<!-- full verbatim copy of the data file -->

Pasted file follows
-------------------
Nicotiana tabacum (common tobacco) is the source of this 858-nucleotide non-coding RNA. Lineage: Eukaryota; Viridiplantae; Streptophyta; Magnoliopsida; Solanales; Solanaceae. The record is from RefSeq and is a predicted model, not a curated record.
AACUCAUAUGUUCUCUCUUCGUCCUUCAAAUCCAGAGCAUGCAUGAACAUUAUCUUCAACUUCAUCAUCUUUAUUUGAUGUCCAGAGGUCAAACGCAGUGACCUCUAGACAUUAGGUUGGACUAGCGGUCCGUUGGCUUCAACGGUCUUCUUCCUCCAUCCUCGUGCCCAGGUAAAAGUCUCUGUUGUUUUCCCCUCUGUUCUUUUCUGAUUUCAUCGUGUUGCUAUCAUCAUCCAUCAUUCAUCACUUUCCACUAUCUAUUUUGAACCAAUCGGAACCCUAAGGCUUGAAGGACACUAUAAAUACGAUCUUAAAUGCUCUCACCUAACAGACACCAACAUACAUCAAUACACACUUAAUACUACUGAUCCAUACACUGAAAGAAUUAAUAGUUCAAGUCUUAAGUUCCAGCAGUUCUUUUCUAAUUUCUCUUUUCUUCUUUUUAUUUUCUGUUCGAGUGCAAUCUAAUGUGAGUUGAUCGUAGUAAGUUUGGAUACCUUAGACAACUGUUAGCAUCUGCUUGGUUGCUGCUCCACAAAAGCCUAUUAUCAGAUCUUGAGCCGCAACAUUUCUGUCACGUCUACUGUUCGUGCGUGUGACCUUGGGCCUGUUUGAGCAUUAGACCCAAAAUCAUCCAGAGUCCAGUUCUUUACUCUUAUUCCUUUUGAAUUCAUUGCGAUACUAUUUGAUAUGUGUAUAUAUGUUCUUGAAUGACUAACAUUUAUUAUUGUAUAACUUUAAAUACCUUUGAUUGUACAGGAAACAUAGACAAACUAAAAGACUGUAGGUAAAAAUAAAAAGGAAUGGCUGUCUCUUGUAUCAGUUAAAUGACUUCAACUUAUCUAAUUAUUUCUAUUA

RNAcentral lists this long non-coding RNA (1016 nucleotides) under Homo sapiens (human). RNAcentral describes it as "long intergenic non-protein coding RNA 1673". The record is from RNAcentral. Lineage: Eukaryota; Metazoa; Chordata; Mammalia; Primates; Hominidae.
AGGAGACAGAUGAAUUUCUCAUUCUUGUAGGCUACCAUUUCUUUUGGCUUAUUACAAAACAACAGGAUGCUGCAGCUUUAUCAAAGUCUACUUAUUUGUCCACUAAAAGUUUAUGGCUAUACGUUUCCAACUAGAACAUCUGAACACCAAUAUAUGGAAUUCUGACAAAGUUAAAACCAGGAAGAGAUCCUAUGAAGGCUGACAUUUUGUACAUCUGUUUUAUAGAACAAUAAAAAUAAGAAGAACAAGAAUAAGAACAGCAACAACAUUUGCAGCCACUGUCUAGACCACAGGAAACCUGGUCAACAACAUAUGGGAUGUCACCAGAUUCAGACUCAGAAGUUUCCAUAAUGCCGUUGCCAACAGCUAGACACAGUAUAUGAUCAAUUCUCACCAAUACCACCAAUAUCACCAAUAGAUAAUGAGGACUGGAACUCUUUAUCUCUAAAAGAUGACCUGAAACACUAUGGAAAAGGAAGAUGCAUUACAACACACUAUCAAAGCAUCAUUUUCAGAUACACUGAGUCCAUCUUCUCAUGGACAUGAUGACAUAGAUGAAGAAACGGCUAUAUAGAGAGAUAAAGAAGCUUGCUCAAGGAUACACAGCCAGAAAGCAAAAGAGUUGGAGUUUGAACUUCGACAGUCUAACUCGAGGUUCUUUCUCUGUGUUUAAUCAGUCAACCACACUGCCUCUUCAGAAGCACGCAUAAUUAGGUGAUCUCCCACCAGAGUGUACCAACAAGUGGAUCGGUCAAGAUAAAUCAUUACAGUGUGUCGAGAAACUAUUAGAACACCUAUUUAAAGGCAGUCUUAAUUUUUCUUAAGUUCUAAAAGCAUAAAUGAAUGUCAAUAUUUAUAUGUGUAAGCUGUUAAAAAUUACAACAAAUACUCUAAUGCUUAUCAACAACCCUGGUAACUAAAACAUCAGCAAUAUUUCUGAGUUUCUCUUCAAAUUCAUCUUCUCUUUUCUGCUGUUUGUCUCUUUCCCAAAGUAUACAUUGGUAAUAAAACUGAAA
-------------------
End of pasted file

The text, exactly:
Nicotiana tabacum (common tobacco) is the source of this 858-nucleotide non-coding RNA. Lineage: Eukaryota; Viridiplantae; Streptophyta; Magnoliopsida; Solanales; Solanaceae. The record is from RefSeq and is a predicted model, not a curated record.
AACUCAUAUGUUCUCUCUUCGUCCUUCAAAUCCAGAGCAUGCAUGAACAUUAUCUUCAACUUCAUCAUCUUUAUUUGAUGUCCAGAGGUCAAACGCAGUGACCUCUAGACAUUAGGUUGGACUAGCGGUCCGUUGGCUUCAACGGUCUUCUUCCUCCAUCCUCGUGCCCAGGUAAAAGUCUCUGUUGUUUUCCCCUCUGUUCUUUUCUGAUUUCAUCGUGUUGCUAUCAUCAUCCAUCAUUCAUCACUUUCCACUAUCUAUUUUGAACCAAUCGGAACCCUAAGGCUUGAAGGACACUAUAAAUACGAUCUUAAAUGCUCUCACCUAACAGACACCAACAUACAUCAAUACACACUUAAUACUACUGAUCCAUACACUGAAAGAAUUAAUAGUUCAAGUCUUAAGUUCCAGCAGUUCUUUUCUAAUUUCUCUUUUCUUCUUUUUAUUUUCUGUUCGAGUGCAAUCUAAUGUGAGUUGAUCGUAGUAAGUUUGGAUACCUUAGACAACUGUUAGCAUCUGCUUGGUUGCUGCUCCACAAAAGCCUAUUAUCAGAUCUUGAGCCGCAACAUUUCUGUCACGUCUACUGUUCGUGCGUGUGACCUUGGGCCUGUUUGAGCAUUAGACCCAAAAUCAUCCAGAGUCCAGUUCUUUACUCUUAUUCCUUUUGAAUUCAUUGCGAUACUAUUUGAUAUGUGUAUAUAUGUUCUUGAAUGACUAACAUUUAUUAUUGUAUAACUUUAAAUACCUUUGAUUGUACAGGAAACAUAGACAAACUAAAAGACUGUAGGUAAAAAUAAAAAGGAAUGGCUGUCUCUUGUAUCAGUUAAAUGACUUCAACUUAUCUAAUUAUUUCUAUUA

RNAcentral lists this long non-coding RNA (1016 nucleotides) under Homo sapiens (human). RNAcentral describes it as "long intergenic non-protein coding RNA 1673". The record is from RNAcentral. Lineage: Eukaryota; Metazoa; Chordata; Mammalia; Primates; Hominidae.
AGGAGACAGAUGAAUUUCUCAUUCUUGUAGGCUACCAUUUCUUUUGGCUUAUUACAAAACAACAGGAUGCUGCAGCUUUAUCAAAGUCUACUUAUUUGUCCACUAAAAGUUUAUGGCUAUACGUUUCCAACUAGAACAUCUGAACACCAAUAUAUGGAAUUCUGACAAAGUUAAAACCAGGAAGAGAUCCUAUGAAGGCUGACAUUUUGUACAUCUGUUUUAUAGAACAAUAAAAAUAAGAAGAACAAGAAUAAGAACAGCAACAACAUUUGCAGCCACUGUCUAGACCACAGGAAACCUGGUCAACAACAUAUGGGAUGUCACCAGAUUCAGACUCAGAAGUUUCCAUAAUGCCGUUGCCAACAGCUAGACACAGUAUAUGAUCAAUUCUCACCAAUACCACCAAUAUCACCAAUAGAUAAUGAGGACUGGAACUCUUUAUCUCUAAAAGAUGACCUGAAACACUAUGGAAAAGGAAGAUGCAUUACAACACACUAUCAAAGCAUCAUUUUCAGAUACACUGAGUCCAUCUUCUCAUGGACAUGAUGACAUAGAUGAAGAAACGGCUAUAUAGAGAGAUAAAGAAGCUUGCUCAAGGAUACACAGCCAGAAAGCAAAAGAGUUGGAGUUUGAACUUCGACAGUCUAACUCGAGGUUCUUUCUCUGUGUUUAAUCAGUCAACCACACUGCCUCUUCAGAAGCACGCAUAAUUAGGUGAUCUCCCACCAGAGUGUACCAACAAGUGGAUCGGUCAAGAUAAAUCAUUACAGUGUGUCGAGAAACUAUUAGAACACCUAUUUAAAGGCAGUCUUAAUUUUUCUUAAGUUCUAAAAGCAUAAAUGAAUGUCAAUAUUUAUAUGUGUAAGCUGUUAAAAAUUACAACAAAUACUCUAAUGCUUAUCAACAACCCUGGUAACUAAAACAUCAGCAAUAUUUCUGAGUUUCUCUUCAAAUUCAUCUUCUCUUUUCUGCUGUUUGUCUCUUUCCCAAAGUAUACAUUGGUAAUAAAACUGAAA